Schermafbeelding 2014-07-17 om 09.57.24On 16 July I had the honor to give a lecture about Legal and Regulatory Aspects of 3D Printing (and biofabricaton) in the Focus on Life Sciences Summerschool program of University Medical Centre Utrecht, the Netherlands university hospital that made the headlines with a complete cranial replacement that was 3D printed.

Partly old, partly new

The lecture contains much of my thinking that is contained in my previous post on this blog about quality system aspects of 3d printing of medical devices under the draft Medical Devices Regulation and a discussion of the question whether 3d printed medical devices should fall within the custom made devices regime in the first place. This is a discussion that seems to have been picked up in the legislative process (I saw signals to this effect in the Council Working Group documents), but we’ll have to see where it lands.


In this lecture I have also addressed aspects of 3d printed / biofabricated ATMPs, device – ATMP integration, intellectual property issues and personal data issues, each of them very thorny regulatory issues as the audience agreed with me. Not only thorny, but also questions that the law often has no answer for (yet).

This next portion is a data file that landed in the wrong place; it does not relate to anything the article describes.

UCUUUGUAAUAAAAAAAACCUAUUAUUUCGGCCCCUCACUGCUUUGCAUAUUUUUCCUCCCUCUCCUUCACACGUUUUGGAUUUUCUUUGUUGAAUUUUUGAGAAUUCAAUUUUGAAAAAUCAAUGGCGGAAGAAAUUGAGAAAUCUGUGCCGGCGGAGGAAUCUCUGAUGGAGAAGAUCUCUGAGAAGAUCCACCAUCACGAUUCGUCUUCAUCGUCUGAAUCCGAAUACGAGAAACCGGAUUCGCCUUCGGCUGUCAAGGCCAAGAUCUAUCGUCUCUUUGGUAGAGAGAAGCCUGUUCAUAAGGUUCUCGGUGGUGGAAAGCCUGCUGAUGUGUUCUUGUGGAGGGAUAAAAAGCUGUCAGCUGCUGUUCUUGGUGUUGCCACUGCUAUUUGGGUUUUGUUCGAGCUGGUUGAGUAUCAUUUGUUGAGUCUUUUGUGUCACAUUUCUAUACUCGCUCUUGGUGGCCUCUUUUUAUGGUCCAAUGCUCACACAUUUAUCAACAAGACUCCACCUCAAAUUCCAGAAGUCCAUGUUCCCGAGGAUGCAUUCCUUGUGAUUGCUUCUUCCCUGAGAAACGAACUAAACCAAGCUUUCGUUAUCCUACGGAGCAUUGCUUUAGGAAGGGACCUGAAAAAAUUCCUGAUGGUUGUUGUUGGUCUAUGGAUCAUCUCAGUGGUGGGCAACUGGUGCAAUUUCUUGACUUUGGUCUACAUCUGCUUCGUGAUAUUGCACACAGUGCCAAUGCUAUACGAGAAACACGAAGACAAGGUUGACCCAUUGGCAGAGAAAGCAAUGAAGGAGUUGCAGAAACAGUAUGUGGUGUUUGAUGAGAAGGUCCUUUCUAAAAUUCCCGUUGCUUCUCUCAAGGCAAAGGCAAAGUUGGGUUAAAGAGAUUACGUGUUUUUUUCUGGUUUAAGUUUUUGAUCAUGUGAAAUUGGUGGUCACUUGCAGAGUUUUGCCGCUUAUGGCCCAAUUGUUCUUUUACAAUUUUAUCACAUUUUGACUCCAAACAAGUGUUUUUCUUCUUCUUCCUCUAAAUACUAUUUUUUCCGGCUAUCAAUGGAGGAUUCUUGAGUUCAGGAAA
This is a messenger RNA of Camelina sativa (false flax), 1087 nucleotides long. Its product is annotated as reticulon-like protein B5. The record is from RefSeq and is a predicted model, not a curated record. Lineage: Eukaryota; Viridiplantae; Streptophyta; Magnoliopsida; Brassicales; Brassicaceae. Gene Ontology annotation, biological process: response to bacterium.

Fact free

The audience – mostly incredibly intelligent engineers and physicians – was amazed that there was so little medical expertise part of the regulatory approval and legislative processes. They lost a few illusions about law making in life sciences when I discussed the slow response times and sometimes totally fact free nature of the legislative process.


Many of the regulatory and legal issues that the law currently deals with are fixes made on the fly, that’s the nature of regulation of life sciences it seems. Risk averse regulators do not always make the right choices and can even upset a complete industry, as happened with the ATMP Regulation in Europe. This regulation was supposed to be friendly to innovative small and medium sized companies, but instead caused them to massively flee into exemptions and business models that do not even include seeing a product through to market access rather than take their chances with the regulatory process. Do we want this for yet another industry that has enormous potential to meet medical needs? I don’t think so. We do not need fact free fear based regulation written by people that do not understand the technology, nor do we need technology that addresses 3d printing with the same regulatory burden as producing customized wooden peg legs.What do we need? I like to think that I made some sensible proposals for 3D printing here.